President Trump Signs Executive Orders to Lower Prescription Drug Costs
By: Keenan & Associates, an AssuredPartners Company
On July 24, 2020, President Donald Trump signed four executive orders that focused on lowering prescription drug prices. All of these executive orders direct the Secretary of Health and Human Services (HHS) to make determinations and promulgate rules that would put the executive orders into effect. Therefore, these executive orders have no current impact on prescription drug pricing, commercial self-funded employer pharmacy programs or fully-insured group health plans.
This executive order directs HHS to, “as appropriate and consistent with applicable law,” act to expand access to imported prescription drugs from Canada and other countries by taking the following steps:
- Facilitating individual waivers already available under the Federal Food, Drug, and Cosmetic Act (FDCA), provided such importation poses no additional risk to public safety. The risk to public safety is a high hurdle, considering that is the very reason drug re-importation is generally not allowed.
- Authorizing the re-importation of insulin upon a finding by HHS that it is required for emergency medical care.
- Finalizing the proposed rule to allow importation of certain prescription drugs from Canada. This rule, promulgated by HHS in 2019 but never finalized, would allow states, wholesalers or pharmacists to develop and submit to HHS for review pilot programs to import certain drugs from Canada that are versions of FDA-approved drugs and manufactured consistent with FDA approval. Again, safety is a hurdle for this rule.
Drug manufacturers have consistently fought against drug re-importation. Moreover, the Canadian Government has also rejected importation proposals, saying importation would deplete the country’s own supply of prescription drugs.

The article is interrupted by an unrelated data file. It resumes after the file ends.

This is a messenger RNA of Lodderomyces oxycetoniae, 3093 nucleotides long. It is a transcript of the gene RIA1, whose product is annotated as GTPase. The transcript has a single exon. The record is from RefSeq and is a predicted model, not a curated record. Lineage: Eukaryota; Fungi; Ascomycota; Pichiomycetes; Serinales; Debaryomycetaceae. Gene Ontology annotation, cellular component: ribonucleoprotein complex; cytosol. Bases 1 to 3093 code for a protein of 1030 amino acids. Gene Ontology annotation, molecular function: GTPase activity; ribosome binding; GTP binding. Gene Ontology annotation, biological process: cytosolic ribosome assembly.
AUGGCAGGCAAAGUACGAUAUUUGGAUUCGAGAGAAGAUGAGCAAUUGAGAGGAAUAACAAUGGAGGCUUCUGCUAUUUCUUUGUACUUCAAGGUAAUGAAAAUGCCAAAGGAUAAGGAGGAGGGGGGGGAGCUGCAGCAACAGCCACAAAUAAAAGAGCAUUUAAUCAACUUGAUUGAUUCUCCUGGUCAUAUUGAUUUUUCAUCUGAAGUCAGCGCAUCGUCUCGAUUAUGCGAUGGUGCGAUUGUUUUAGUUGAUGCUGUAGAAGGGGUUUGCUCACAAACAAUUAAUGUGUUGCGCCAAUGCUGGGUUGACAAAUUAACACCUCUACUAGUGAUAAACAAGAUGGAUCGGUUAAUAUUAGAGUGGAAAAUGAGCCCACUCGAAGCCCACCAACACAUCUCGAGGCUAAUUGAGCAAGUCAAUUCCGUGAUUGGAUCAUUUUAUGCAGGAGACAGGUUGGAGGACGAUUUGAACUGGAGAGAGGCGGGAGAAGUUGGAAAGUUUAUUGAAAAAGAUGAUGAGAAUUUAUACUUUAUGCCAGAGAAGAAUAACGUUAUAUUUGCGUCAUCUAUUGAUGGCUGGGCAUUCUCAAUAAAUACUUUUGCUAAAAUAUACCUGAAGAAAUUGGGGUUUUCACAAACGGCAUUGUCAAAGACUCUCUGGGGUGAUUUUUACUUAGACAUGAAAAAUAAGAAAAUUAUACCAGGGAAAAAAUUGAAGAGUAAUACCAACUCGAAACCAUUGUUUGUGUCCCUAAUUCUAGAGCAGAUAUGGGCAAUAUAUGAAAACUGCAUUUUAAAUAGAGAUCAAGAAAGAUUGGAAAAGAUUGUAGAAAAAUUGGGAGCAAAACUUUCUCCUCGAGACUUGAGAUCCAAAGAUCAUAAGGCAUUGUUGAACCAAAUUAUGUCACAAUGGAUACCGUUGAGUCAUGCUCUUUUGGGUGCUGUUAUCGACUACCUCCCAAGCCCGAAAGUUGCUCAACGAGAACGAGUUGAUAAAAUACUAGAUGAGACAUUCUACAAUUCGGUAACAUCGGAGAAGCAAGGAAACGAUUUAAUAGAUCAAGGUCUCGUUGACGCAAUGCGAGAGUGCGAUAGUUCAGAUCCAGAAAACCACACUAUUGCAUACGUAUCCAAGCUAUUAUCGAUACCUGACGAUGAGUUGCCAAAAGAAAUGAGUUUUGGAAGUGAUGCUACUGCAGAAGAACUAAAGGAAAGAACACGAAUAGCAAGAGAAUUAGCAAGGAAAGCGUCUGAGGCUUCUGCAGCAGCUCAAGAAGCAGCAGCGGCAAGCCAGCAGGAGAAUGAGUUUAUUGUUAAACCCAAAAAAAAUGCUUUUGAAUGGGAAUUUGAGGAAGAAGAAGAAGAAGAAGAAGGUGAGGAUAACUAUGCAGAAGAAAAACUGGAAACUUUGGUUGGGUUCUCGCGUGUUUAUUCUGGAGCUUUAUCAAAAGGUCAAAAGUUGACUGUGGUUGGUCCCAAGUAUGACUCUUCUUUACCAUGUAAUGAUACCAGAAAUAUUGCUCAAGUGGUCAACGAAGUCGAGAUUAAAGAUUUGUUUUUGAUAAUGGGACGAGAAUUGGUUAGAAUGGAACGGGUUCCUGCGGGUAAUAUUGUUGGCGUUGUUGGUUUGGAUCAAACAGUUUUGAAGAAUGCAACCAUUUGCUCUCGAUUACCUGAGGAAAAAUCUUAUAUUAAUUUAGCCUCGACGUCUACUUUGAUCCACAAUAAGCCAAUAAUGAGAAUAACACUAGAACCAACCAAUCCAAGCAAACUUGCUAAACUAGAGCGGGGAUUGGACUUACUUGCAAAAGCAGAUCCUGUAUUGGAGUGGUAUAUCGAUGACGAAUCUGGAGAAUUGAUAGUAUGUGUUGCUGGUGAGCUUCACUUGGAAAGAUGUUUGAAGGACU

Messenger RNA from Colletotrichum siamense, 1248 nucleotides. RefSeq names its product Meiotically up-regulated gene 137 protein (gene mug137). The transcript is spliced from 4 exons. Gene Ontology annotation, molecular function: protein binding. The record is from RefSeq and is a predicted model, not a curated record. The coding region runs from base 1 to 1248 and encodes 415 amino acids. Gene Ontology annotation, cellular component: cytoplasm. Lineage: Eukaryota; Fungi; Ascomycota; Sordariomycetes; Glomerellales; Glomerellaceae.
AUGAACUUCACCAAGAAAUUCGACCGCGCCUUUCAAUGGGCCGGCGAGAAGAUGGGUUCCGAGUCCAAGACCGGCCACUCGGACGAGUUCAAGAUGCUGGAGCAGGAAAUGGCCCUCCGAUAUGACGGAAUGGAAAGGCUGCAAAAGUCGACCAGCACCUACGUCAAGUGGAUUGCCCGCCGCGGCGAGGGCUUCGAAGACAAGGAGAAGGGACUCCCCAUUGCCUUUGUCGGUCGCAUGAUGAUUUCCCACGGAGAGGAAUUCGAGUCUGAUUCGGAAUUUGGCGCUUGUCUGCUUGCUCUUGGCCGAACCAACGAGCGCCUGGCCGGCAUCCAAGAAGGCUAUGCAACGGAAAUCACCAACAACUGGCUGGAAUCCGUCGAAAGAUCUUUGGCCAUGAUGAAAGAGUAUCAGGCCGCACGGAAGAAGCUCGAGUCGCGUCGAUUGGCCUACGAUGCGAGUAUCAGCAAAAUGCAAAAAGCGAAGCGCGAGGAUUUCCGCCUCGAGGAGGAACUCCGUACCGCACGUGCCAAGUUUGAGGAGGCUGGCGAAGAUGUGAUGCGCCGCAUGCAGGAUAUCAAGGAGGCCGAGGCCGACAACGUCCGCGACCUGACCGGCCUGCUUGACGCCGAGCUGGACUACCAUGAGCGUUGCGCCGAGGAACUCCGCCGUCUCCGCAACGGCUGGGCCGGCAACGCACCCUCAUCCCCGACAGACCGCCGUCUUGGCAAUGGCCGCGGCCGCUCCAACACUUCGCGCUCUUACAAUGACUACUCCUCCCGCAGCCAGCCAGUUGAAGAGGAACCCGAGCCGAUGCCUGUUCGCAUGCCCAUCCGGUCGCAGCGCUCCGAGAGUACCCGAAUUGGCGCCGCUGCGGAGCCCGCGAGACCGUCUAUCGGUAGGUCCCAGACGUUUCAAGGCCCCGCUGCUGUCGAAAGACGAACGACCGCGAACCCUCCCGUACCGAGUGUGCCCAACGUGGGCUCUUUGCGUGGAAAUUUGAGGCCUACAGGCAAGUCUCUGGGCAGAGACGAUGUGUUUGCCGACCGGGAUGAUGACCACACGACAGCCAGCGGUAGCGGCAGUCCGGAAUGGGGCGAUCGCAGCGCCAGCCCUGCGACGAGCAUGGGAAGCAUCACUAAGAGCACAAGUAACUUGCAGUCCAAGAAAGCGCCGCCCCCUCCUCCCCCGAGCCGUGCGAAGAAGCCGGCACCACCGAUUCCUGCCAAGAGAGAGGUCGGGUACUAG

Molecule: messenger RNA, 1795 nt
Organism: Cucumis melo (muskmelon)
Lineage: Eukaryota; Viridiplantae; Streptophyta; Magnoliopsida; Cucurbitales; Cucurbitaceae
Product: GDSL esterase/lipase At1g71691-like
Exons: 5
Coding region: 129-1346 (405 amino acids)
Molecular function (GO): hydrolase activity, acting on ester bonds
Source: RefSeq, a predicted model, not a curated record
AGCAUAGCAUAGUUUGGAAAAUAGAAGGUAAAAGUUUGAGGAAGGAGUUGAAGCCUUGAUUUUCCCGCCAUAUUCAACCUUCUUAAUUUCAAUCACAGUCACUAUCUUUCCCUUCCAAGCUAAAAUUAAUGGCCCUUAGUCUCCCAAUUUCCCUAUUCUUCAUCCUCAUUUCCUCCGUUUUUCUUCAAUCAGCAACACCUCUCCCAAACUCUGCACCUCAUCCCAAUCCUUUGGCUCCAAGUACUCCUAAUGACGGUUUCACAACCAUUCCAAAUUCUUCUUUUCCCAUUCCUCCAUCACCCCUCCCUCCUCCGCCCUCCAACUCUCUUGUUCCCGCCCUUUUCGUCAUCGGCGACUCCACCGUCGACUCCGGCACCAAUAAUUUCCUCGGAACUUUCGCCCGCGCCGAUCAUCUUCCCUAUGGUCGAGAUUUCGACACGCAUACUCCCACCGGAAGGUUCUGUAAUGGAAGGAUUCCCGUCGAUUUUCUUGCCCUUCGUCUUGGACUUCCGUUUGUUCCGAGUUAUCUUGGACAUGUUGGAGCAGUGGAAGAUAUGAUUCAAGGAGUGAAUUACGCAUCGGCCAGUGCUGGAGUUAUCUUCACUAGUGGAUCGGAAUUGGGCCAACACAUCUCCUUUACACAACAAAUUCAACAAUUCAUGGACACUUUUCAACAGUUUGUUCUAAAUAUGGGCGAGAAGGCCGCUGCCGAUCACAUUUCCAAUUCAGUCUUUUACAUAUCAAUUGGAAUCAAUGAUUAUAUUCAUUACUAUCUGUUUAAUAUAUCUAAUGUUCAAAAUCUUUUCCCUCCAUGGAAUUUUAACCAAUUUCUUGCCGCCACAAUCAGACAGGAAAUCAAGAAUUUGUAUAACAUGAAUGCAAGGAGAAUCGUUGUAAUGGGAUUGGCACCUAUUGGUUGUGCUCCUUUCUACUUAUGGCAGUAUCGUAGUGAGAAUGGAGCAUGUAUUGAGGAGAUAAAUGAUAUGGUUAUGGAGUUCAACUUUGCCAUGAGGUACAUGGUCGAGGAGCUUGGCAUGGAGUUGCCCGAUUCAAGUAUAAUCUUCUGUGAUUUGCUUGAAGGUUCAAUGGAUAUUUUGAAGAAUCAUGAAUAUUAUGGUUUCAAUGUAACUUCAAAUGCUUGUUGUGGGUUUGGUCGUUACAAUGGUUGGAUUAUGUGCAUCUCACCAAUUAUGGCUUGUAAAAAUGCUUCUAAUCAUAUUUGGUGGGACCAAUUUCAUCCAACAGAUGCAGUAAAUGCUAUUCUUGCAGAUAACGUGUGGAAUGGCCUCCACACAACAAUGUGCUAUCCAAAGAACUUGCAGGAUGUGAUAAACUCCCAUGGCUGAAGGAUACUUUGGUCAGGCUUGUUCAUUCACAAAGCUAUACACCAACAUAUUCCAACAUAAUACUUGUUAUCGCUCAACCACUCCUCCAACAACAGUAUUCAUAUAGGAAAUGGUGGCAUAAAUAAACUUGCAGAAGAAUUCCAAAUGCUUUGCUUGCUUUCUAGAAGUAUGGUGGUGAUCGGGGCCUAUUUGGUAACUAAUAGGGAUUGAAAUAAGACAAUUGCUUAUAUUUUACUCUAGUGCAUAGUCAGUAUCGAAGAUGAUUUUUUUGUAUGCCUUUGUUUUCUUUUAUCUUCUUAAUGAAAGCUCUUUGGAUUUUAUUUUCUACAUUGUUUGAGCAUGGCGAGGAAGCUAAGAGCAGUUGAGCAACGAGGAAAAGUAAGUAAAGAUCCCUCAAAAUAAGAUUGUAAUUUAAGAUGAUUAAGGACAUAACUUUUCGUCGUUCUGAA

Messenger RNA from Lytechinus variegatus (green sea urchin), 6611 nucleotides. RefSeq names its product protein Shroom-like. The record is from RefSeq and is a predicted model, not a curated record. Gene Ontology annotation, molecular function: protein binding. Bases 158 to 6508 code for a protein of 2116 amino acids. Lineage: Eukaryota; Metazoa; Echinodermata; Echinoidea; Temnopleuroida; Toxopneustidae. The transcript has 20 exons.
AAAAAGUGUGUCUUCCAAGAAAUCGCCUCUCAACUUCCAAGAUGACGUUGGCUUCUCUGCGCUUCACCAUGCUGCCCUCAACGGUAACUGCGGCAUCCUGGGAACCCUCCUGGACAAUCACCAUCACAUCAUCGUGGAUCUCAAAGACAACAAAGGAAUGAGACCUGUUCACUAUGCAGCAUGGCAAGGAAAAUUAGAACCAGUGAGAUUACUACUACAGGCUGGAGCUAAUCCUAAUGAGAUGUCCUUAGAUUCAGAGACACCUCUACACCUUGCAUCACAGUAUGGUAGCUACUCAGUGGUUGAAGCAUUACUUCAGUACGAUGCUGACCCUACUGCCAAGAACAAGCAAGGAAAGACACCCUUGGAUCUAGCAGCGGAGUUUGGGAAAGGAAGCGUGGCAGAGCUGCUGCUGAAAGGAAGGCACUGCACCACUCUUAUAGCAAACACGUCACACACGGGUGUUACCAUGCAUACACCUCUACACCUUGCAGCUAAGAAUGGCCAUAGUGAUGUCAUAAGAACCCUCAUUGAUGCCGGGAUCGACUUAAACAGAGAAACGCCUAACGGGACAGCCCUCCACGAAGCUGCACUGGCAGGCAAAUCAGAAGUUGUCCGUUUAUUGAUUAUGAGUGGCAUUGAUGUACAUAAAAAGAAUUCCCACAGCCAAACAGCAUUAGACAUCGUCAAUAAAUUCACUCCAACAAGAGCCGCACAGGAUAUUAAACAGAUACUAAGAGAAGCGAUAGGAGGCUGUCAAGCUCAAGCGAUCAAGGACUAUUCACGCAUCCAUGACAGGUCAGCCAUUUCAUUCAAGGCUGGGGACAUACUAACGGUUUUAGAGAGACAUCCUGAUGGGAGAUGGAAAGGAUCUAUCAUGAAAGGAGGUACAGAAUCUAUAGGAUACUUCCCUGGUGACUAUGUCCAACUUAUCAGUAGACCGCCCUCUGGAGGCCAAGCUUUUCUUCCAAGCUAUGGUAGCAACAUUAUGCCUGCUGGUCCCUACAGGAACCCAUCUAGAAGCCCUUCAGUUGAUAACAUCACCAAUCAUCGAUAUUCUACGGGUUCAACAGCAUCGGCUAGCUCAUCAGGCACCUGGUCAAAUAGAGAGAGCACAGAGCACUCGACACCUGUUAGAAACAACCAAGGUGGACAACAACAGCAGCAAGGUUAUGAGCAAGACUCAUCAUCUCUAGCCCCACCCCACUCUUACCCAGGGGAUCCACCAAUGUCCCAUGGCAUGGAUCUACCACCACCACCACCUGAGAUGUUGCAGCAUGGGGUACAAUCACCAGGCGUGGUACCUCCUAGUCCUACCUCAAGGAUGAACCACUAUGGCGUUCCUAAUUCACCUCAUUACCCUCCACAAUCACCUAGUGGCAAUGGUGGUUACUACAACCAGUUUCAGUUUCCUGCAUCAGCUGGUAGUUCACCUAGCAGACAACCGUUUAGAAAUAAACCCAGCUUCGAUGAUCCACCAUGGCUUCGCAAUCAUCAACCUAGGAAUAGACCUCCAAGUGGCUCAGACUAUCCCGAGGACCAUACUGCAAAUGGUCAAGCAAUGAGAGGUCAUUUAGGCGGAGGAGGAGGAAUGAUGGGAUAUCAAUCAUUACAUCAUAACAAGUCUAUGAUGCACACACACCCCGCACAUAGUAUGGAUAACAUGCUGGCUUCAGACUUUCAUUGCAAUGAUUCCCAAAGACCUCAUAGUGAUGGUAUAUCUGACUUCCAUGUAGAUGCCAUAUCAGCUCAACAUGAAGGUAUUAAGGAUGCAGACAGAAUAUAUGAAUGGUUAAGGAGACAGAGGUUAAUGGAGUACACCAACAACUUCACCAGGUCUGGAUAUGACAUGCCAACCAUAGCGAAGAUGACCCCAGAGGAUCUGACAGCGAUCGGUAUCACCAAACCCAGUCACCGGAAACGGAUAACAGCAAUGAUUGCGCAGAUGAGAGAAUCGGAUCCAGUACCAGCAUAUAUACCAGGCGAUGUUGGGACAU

Pricing of Insulin and Injectable Epinephrine Through the 340B Program
This executive order requires HHS to take action to ensure that future grants to Federally Qualified Health Centers (FQHCs) are conditioned on the FQHC’s having established practices to make insulin and injectable epinephrine available at the discounted price paid by the FQHC grantee or sub-grantee under the 340B Prescription Drug Program to individuals with low incomes who have a high cost-sharing requirement for those medicines, have a high unmet deductible, or have no health insurance. This executive order is quite limited in scope. An FQHC is a clinic that provides comprehensive primary and preventive care to patients in under-serviced and rural areas. There are only about 1,368 FQHCs receiving federal grants under Section 330 of the Public Health Service Act. The executive order would not impact hospitals or clinics that are not FQHCs.
Rebate Pass-Through to Medicare Part D Beneficiaries
If it goes into effect, this executive order will narrow the safe harbor for drug rebates under the federal anti-kickback statute, while still permitting plan sponsors, pharmacies and PBMs to apply discounts at the Medicare Part D beneficiary’s point-of-sale. Prior to taking this action, the executive order requires the Secretary of Health and Human Services to publicly confirm that the action is not projected to increase federal spending, Medicare beneficiary premiums, or patients’ total out-of-pocket costs. A Federal Government analysis of a similar proposal last year concluded that it could increase Medicare Part D premiums by 25-40% and that it would cost the Federal Government $177-$196 billion over ten years. In light of these costs, it is hard to see how HHS could confirm that the action will not increase federal spending or beneficiary premiums.
Index Pricing for Physician-Administered Drugs Under Medicare Part B
While the President announced this executive order, he has postponed moving ahead with it until August 24, 2020 to give pharmaceutical companies time to come up with an alternative pricing plan. It has not been published on the White House website, but as reported in the media, this plan had already been promulgated in proposed regulations in 2018, but never finalized. It would establish target prices for an as-yet undisclosed number of drugs under Medicare Part B. The target prices would be tied in part to an international pricing index (IPI), which includes the prices of the same physician-administered drugs in 15 other countries. If the plan moves forward, it is likely to be the subject of legal challenges as there is some question as to whether the Centers for Medicare and Medicaid Services (CMS) have the statutory authority to enforce such a rule.
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